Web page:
Foreign workers in Japan triple in decade to record 1.46 million
The number of foreign workers in Japan tripled over a decade to a record-high 1.46 million as of October, official data showed Friday, as companies continue to struggle with a labor shortage.
As of Oct. 31, there were 1,460,463 foreign workers in Japan, up 14.2 percent from a year earlier, marking the 11th straight year of increase, according to the data released by the Ministry of Health, Labor and Welfare.
The figure, the highest since comparable data became available in 2008 when it stood around 486,000, is almost certain to rise in the years ahead as Japan has decided to ease visa restrictions and accept more foreign workers starting from April.
The labor ministry attributed the increase to the government's policy of promoting the hiring of highly skilled workers, students as part-timers, and trainees from developing countries under its technical intern program.
Many foreign technical interns and students are engaged in unskilled labor with low wages to fill the manpower shortages.
By nationality, Chinese accounted for more than a quarter of the total foreign workforce at 389,117, up 4.5 percent from the previous year, followed by Vietnamese at 316,840, up 31.9 percent, and Filipinos at 164,006, up 11.7 percent.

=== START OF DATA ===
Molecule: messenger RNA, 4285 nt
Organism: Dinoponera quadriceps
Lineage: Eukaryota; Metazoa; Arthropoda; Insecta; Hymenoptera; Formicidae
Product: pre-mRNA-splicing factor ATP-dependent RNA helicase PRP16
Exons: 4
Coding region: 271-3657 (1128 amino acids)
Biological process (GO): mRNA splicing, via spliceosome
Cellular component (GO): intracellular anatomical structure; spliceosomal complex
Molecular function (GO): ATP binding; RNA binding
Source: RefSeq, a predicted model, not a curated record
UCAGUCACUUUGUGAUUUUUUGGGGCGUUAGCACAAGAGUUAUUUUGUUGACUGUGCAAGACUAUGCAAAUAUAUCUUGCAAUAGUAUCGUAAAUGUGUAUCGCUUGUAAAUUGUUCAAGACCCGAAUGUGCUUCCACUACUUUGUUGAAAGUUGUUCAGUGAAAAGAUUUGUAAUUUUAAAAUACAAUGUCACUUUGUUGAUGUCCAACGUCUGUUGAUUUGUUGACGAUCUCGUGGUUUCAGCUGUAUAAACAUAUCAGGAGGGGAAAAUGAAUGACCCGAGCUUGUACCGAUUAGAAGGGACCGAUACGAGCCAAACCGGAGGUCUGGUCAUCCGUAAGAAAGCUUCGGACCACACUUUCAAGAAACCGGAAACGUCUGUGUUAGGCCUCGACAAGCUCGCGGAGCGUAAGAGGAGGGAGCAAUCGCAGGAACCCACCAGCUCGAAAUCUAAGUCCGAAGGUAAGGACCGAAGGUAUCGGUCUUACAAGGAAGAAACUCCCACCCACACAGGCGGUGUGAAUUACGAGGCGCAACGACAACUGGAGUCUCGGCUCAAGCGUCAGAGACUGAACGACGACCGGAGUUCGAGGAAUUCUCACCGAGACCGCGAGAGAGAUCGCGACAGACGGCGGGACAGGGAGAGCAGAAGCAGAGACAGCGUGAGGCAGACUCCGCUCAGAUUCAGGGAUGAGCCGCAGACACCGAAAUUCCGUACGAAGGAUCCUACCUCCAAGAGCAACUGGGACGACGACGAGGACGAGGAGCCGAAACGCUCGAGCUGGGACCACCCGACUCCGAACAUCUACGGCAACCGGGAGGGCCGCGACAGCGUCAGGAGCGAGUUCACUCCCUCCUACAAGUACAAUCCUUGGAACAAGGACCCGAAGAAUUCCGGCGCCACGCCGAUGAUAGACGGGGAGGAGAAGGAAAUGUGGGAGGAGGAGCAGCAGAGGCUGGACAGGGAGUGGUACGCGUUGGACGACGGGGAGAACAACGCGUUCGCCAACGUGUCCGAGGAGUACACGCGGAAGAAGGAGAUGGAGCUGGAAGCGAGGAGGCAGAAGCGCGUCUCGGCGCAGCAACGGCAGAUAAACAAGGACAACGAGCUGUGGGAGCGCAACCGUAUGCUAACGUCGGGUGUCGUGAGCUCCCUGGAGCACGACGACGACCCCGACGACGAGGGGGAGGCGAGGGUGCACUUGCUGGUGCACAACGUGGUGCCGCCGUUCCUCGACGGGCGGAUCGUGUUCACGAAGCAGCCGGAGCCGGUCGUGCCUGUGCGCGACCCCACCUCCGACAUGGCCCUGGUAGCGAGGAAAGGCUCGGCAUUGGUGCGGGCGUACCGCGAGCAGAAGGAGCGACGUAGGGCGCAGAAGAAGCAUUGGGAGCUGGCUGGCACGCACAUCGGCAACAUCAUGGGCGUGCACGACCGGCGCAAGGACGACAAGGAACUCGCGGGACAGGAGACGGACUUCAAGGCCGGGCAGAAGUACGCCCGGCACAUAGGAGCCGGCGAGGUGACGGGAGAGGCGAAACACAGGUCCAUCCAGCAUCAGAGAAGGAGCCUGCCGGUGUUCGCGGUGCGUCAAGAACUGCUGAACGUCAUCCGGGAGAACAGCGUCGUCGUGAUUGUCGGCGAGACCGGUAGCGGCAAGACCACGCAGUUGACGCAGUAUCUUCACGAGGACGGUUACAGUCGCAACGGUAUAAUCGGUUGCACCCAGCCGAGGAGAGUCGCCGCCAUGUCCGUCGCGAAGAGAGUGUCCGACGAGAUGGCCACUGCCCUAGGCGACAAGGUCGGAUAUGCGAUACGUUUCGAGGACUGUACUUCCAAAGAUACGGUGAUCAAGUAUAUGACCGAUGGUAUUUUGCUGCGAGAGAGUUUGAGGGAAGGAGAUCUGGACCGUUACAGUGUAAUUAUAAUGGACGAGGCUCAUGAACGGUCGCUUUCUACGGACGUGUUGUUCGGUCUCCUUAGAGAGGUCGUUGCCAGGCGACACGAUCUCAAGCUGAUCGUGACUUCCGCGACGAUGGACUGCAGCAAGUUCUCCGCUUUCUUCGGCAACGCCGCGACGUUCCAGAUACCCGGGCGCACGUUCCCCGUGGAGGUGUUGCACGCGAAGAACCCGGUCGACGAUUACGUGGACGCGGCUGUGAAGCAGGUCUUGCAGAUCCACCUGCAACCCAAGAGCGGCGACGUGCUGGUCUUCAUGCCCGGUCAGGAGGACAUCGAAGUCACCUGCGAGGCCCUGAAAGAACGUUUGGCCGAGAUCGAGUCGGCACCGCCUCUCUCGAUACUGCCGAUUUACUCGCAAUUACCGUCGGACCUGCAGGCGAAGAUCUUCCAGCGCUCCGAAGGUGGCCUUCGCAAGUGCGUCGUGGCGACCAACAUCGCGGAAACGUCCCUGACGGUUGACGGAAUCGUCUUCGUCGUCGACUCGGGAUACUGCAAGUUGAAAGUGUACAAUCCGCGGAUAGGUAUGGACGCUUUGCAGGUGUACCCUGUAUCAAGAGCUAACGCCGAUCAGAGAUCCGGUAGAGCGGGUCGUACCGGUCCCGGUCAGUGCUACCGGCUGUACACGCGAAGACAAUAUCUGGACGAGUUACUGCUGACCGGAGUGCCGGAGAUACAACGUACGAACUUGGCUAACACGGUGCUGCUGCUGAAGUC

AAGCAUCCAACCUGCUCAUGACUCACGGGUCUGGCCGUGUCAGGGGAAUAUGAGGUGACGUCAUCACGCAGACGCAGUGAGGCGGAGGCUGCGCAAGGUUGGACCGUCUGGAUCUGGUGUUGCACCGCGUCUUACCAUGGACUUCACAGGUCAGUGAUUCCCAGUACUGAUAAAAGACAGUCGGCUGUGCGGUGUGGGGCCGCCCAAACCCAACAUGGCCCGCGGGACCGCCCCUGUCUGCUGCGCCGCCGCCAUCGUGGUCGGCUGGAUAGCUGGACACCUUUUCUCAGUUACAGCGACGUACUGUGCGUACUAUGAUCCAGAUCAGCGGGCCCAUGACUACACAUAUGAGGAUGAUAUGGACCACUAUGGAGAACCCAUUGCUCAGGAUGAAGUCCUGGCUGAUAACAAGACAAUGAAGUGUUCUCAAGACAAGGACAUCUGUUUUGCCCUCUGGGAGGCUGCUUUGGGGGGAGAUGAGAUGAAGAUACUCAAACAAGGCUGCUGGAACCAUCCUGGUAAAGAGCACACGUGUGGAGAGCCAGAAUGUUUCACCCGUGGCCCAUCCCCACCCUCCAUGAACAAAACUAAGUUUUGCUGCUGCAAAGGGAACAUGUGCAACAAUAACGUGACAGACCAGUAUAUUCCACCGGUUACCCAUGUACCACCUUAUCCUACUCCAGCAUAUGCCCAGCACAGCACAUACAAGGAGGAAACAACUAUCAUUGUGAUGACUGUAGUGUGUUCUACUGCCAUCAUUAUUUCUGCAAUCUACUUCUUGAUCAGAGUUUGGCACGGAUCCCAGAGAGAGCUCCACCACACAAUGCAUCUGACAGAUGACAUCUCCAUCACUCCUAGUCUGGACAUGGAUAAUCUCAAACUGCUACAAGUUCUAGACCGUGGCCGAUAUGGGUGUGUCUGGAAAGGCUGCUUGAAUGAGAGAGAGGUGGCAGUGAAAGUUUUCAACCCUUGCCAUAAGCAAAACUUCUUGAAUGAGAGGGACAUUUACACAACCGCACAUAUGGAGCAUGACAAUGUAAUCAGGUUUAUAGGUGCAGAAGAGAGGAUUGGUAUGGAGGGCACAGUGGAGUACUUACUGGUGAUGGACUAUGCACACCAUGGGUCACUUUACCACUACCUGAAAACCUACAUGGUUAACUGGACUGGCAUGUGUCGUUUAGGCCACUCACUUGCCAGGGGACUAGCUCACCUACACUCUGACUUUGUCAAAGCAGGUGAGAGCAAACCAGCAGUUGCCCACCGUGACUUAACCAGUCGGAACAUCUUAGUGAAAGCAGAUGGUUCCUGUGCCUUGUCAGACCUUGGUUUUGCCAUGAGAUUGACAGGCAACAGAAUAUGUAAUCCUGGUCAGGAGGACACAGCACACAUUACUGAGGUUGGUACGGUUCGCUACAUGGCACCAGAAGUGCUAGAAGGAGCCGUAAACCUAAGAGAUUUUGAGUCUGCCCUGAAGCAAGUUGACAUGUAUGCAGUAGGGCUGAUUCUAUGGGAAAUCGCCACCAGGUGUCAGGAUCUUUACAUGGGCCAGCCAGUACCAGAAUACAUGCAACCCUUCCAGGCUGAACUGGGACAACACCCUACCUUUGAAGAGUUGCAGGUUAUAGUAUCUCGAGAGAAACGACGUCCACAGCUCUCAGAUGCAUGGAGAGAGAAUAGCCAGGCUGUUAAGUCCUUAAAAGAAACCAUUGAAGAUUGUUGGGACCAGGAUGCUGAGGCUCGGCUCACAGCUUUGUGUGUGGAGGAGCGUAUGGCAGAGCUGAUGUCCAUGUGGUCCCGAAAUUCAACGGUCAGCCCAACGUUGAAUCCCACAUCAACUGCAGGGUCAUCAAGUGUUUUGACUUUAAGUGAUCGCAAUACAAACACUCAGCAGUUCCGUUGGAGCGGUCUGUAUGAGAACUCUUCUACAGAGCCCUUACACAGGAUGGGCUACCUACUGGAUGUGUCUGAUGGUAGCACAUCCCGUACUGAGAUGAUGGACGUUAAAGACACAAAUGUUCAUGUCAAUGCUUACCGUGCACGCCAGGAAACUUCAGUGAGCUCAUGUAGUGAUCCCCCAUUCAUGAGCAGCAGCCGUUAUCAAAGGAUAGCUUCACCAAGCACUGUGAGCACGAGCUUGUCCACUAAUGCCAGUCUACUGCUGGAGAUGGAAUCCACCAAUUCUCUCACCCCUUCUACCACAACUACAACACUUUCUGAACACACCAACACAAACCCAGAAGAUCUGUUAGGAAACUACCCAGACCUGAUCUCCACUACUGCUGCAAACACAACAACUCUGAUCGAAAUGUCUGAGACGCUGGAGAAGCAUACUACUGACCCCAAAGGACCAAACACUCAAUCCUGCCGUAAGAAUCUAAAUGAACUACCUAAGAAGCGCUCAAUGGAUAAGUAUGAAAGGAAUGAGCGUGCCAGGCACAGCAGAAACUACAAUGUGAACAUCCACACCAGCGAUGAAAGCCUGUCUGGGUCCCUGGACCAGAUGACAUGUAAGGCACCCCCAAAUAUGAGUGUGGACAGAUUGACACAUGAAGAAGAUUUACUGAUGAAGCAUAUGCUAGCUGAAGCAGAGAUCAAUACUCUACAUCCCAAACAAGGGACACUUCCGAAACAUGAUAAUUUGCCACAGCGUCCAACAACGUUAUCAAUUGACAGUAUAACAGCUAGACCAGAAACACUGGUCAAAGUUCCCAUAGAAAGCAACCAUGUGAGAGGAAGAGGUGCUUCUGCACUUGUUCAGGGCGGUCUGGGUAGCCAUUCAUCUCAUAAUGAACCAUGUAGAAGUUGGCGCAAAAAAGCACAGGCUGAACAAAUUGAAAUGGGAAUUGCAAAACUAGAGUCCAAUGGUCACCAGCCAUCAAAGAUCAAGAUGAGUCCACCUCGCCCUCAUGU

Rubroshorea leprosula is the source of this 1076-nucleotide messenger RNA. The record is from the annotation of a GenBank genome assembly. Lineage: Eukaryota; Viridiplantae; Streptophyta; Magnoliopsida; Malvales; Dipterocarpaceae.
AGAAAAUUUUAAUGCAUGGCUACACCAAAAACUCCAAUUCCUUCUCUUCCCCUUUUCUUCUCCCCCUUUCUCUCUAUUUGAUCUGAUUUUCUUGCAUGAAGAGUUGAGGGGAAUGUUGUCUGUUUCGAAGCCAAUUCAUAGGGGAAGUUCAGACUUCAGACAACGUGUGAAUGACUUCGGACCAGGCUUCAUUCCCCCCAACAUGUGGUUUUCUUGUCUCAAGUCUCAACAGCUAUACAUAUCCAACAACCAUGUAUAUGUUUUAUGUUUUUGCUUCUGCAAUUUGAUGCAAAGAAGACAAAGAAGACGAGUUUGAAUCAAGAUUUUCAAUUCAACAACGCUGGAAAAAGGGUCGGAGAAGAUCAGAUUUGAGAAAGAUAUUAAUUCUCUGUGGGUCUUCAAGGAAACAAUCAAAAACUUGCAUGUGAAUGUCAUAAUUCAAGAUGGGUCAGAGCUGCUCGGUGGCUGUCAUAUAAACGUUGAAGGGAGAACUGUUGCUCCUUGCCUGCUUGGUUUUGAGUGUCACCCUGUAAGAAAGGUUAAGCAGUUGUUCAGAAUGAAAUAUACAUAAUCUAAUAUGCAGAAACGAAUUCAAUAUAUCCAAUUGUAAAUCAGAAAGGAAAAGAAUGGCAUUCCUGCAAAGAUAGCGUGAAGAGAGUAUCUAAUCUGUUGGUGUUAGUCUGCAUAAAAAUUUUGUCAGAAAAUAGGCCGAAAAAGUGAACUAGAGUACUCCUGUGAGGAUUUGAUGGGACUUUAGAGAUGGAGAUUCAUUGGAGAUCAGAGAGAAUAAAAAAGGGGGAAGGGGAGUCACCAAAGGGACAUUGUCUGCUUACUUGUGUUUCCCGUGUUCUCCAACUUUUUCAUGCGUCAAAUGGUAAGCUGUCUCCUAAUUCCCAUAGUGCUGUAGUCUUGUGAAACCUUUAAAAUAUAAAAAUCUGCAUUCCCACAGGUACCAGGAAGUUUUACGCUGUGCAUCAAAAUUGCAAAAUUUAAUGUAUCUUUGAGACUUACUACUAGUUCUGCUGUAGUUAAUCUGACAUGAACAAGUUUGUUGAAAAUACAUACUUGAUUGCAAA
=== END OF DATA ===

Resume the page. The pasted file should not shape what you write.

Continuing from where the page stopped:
By sector, manufacturing hired the largest number of foreign workers at 434,342, followed by retailing at 186,061, and hotels and catering at 185,050, with 230,510 workers categorized under "other services".
Japan's parliament passed new legislation in December paving the way for the country to formally open its doors to blue-collar workers.
Under the new visa system starting in April, Japan will accept up to 345,150 foreign workers over five years in 14 sectors including construction, farming and nursing care.
It represents a major policy shift for a country that has basically granted working visas only to highly skilled people with professional knowledge such as doctors, lawyers and teachers.
A labor ministry panel projected earlier this month Japan's workforce will drop 20 percent by 2040 from 2017 due to an aging population and falling birthrate if the economy sees no growth and appropriate measures are not taken to sustain productivity. The forecast did not take into consideration the expansion of foreign workers under the new scheme.